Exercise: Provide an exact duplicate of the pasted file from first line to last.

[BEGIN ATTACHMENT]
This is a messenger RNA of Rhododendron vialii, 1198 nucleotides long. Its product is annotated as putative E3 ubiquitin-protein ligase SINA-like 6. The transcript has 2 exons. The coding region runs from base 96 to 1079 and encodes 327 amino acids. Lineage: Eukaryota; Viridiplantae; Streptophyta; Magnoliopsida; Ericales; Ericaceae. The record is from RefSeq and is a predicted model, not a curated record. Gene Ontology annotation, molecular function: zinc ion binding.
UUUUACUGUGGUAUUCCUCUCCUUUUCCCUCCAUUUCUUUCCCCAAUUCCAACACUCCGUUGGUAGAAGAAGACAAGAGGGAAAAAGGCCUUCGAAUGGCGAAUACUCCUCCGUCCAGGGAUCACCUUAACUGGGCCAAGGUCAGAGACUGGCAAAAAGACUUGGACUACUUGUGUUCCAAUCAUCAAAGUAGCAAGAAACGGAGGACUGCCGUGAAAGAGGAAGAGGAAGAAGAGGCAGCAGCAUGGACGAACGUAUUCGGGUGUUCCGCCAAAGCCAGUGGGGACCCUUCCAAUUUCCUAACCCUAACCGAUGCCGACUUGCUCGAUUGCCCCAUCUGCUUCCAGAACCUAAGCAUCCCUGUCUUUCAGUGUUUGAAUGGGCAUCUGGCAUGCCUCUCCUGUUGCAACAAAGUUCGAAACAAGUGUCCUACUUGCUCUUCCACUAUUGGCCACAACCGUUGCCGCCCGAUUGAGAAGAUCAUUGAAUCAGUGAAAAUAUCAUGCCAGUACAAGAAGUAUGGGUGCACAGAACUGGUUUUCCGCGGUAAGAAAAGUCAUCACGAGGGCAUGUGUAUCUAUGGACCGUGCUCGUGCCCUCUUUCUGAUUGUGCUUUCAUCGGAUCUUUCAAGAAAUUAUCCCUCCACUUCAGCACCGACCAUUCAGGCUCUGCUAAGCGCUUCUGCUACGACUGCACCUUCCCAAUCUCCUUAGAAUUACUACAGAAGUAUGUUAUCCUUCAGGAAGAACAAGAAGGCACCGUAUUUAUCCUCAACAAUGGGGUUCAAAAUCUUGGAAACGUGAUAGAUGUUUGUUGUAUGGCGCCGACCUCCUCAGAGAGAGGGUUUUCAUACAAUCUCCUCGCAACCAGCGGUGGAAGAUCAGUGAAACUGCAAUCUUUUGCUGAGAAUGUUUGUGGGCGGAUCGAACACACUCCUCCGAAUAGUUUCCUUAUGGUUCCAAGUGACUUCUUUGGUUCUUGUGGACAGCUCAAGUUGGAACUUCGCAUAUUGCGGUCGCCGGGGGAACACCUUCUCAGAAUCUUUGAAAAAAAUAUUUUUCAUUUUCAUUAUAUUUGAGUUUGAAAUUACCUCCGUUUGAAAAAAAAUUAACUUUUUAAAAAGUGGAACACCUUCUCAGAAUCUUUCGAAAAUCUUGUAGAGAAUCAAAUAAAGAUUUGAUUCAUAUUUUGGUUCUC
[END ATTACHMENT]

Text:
This is a messenger RNA of Rhododendron vialii, 1198 nucleotides long. Its product is annotated as putative E3 ubiquitin-protein ligase SINA-like 6. The transcript has 2 exons. The coding region runs from base 96 to 1079 and encodes 327 amino acids. Lineage: Eukaryota; Viridiplantae; Streptophyta; Magnoliopsida; Ericales; Ericaceae. The record is from RefSeq and is a predicted model, not a curated record. Gene Ontology annotation, molecular function: zinc ion binding.
UUUUACUGUGGUAUUCCUCUCCUUUUCCCUCCAUUUCUUUCCCCAAUUCCAACACUCCGUUGGUAGAAGAAGACAAGAGGGAAAAAGGCCUUCGAAUGGCGAAUACUCCUCCGUCCAGGGAUCACCUUAACUGGGCCAAGGUCAGAGACUGGCAAAAAGACUUGGACUACUUGUGUUCCAAUCAUCAAAGUAGCAAGAAACGGAGGACUGCCGUGAAAGAGGAAGAGGAAGAAGAGGCAGCAGCAUGGACGAACGUAUUCGGGUGUUCCGCCAAAGCCAGUGGGGACCCUUCCAAUUUCCUAACCCUAACCGAUGCCGACUUGCUCGAUUGCCCCAUCUGCUUCCAGAACCUAAGCAUCCCUGUCUUUCAGUGUUUGAAUGGGCAUCUGGCAUGCCUCUCCUGUUGCAACAAAGUUCGAAACAAGUGUCCUACUUGCUCUUCCACUAUUGGCCACAACCGUUGCCGCCCGAUUGAGAAGAUCAUUGAAUCAGUGAAAAUAUCAUGCCAGUACAAGAAGUAUGGGUGCACAGAACUGGUUUUCCGCGGUAAGAAAAGUCAUCACGAGGGCAUGUGUAUCUAUGGACCGUGCUCGUGCCCUCUUUCUGAUUGUGCUUUCAUCGGAUCUUUCAAGAAAUUAUCCCUCCACUUCAGCACCGACCAUUCAGGCUCUGCUAAGCGCUUCUGCUACGACUGCACCUUCCCAAUCUCCUUAGAAUUACUACAGAAGUAUGUUAUCCUUCAGGAAGAACAAGAAGGCACCGUAUUUAUCCUCAACAAUGGGGUUCAAAAUCUUGGAAACGUGAUAGAUGUUUGUUGUAUGGCGCCGACCUCCUCAGAGAGAGGGUUUUCAUACAAUCUCCUCGCAACCAGCGGUGGAAGAUCAGUGAAACUGCAAUCUUUUGCUGAGAAUGUUUGUGGGCGGAUCGAACACACUCCUCCGAAUAGUUUCCUUAUGGUUCCAAGUGACUUCUUUGGUUCUUGUGGACAGCUCAAGUUGGAACUUCGCAUAUUGCGGUCGCCGGGGGAACACCUUCUCAGAAUCUUUGAAAAAAAUAUUUUUCAUUUUCAUUAUAUUUGAGUUUGAAAUUACCUCCGUUUGAAAAAAAAUUAACUUUUUAAAAAGUGGAACACCUUCUCAGAAUCUUUCGAAAAUCUUGUAGAGAAUCAAAUAAAGAUUUGAUUCAUAUUUUGGUUCUC